There are several stories about the earliest use of whole fir trees at Christmas. One story tells us that, in the early 8th Century, Saint Boniface travelled from Britain across Germany to convert the pagans to Christianity. Coming across a group of pagans about to sacrifice a young man beneath Odin’s sacred oak, he valiantly rescued the young man and cut down the tree.  Some legends have it that in place of the oak, a single fir tree grew. Other legends tell us that Boniface himself planted the fir. Whichever version is true, it seems that that the following year the converted Germans decorated the young fir (irrespective of the miniscule size that a year-old fir would be!)

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Boniface cutting down the oak – Wikimedia Commons

One of the earliest references to whole trees actually being brought indoors comes from  Germany in the 16th Century. One story holds that the Protestant reformer, Martin Luther, was the first to add lighted candles in an attempt to replicate the brilliance of stars twinkling amidst the evergreens.

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Queen Charlotte Wikimedia Commons

Although Prince Albert , the German husband of Queen Victoria, is generally given credit for introducing the Christmas tree into English homes, it was actually Queen Charlotte,  the German wife of George III, who set up the first Christmas tree at Queen’s Lodge, Windsor, in 840.

In Victorian times, trees were decorated with sweets and cakes hung with ribbon, and candles as a reminder of the stars in the sky on the night of Christ’s birth. Today, candles have been replaced by coloured lights, and cakes by a variety of ornaments and baubles.

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Giant Norway Spruce in Trafalgar Square

The most famous tree in Britain stands in Trafalgar Square – a giant Norway Spruce , which is a yearly gift from Norway. It is sent to the British people in thanks for the help given to King Haakon VII, who was exiled to Britain after the German occupation of Norway during WW2.

In the US, trees were not accepted until a little later, despite the many German settlers in Pennsylvania.  As late as 1840, Christmas trees were still seen as a pagan symbol by most Americans, and many  of the New England Puritans tried to stamp out what they called the ‘pagan mockery of the observance’.  It was not until the influx of German and Irish immigrants that this puritan legacy was abandoned. In the US today, perhaps the most famous tree stand in the Rockefeller Center in New York.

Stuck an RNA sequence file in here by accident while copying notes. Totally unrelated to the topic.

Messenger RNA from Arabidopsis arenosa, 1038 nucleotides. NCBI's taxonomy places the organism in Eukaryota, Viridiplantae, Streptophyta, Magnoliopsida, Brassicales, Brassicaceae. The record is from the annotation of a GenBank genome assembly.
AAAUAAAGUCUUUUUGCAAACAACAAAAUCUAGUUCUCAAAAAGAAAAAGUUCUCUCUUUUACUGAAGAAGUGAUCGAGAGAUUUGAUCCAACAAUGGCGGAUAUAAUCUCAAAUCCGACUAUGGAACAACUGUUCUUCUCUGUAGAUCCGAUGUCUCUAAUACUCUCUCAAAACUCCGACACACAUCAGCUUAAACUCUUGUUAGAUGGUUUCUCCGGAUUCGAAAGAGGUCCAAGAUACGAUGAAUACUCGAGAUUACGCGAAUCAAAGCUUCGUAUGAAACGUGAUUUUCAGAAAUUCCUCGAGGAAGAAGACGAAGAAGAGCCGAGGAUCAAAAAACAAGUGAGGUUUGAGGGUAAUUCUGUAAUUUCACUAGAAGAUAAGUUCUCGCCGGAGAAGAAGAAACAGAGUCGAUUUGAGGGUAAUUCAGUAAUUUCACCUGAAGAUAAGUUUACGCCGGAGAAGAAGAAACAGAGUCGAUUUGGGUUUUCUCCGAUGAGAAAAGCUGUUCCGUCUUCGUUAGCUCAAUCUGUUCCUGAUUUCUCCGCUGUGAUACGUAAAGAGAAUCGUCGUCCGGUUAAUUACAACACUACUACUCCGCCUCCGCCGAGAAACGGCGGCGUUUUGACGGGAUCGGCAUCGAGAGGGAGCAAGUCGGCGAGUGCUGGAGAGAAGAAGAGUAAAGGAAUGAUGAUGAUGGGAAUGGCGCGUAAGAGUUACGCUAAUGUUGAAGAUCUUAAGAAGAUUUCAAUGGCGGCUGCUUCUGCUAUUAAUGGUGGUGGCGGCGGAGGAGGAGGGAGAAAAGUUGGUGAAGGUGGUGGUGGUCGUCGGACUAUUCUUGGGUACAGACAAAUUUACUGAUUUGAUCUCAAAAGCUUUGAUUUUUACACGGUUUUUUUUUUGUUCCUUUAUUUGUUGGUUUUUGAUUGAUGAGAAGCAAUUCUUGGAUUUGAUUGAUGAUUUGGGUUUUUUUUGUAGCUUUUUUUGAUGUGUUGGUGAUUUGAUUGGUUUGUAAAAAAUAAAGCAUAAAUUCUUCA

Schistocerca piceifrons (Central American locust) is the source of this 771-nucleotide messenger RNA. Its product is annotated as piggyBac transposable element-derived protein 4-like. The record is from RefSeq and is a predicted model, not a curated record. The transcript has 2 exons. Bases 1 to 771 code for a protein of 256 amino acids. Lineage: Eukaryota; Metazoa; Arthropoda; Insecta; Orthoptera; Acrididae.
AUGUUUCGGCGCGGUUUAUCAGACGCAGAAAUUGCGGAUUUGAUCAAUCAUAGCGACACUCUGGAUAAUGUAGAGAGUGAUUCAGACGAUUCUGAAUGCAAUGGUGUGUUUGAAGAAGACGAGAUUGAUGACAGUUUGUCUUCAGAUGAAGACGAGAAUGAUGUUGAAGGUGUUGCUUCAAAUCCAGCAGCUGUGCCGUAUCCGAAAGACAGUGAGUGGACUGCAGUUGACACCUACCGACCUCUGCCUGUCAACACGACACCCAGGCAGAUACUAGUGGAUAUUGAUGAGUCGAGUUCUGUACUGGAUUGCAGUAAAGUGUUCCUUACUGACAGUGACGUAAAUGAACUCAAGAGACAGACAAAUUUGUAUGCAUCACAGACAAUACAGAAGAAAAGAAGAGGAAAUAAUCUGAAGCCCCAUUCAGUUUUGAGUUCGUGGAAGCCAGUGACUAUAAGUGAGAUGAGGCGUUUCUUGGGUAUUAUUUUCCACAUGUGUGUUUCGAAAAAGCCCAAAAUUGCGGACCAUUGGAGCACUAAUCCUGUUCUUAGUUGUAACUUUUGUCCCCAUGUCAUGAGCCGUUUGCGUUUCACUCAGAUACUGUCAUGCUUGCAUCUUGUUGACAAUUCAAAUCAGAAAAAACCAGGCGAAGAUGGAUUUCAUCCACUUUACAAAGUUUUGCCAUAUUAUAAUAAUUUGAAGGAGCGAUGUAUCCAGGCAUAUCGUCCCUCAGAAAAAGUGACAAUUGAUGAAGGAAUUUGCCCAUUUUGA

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The first tree being erected in the Rockefeller Center in 1931. Wikimedia Commons

This custom dates back to the Depression Era days, and the tallest tree was in 1948, a Norway Spruce standing 100 foot tall. It came from Killingworth in Conneticut.

In our house we always have a real tree – and always a Norway Spruce. The smell is just amazing. We always buy from a regular ‘Christmas Tree Farm’, so I don’t feel at all guilty about damaging the environment. There is an ongoing system whereby all cut trees are replaced by newly planted ones. We go to the large estate at Doddington Hall, about five miles away. Doddington is a small, stately hall with an enormous estate on which the trees are grown (as well as wonderful fields of strawberries for ‘pick your own’ in June and July). They have different species on offer, including Norway Spruce and Nordman Fir – which has stiffer needles than the spruce, so it doesn’t drop as readily, but which doesn’t have the right smell for me.

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Doddington Hall, Lincolnshire, UK
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Nordman Fir
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Sign at Doddington Hall with the old church behind

Our tree goes in the conservatory which is off our lounge so we just have the connecting doors open over Christmas. The floor in there is wooden, so the needles are easier to sweep up, and the outside door means it goes out that way when it’s dropping needles like crazy after Christmas. We have a seven-footer this year. On the top is a fairy (or it could be an angel – it’s hard to tell!). It was made years ago at school by our youngest son when he was six, and the tree wouldn’t be the same without it.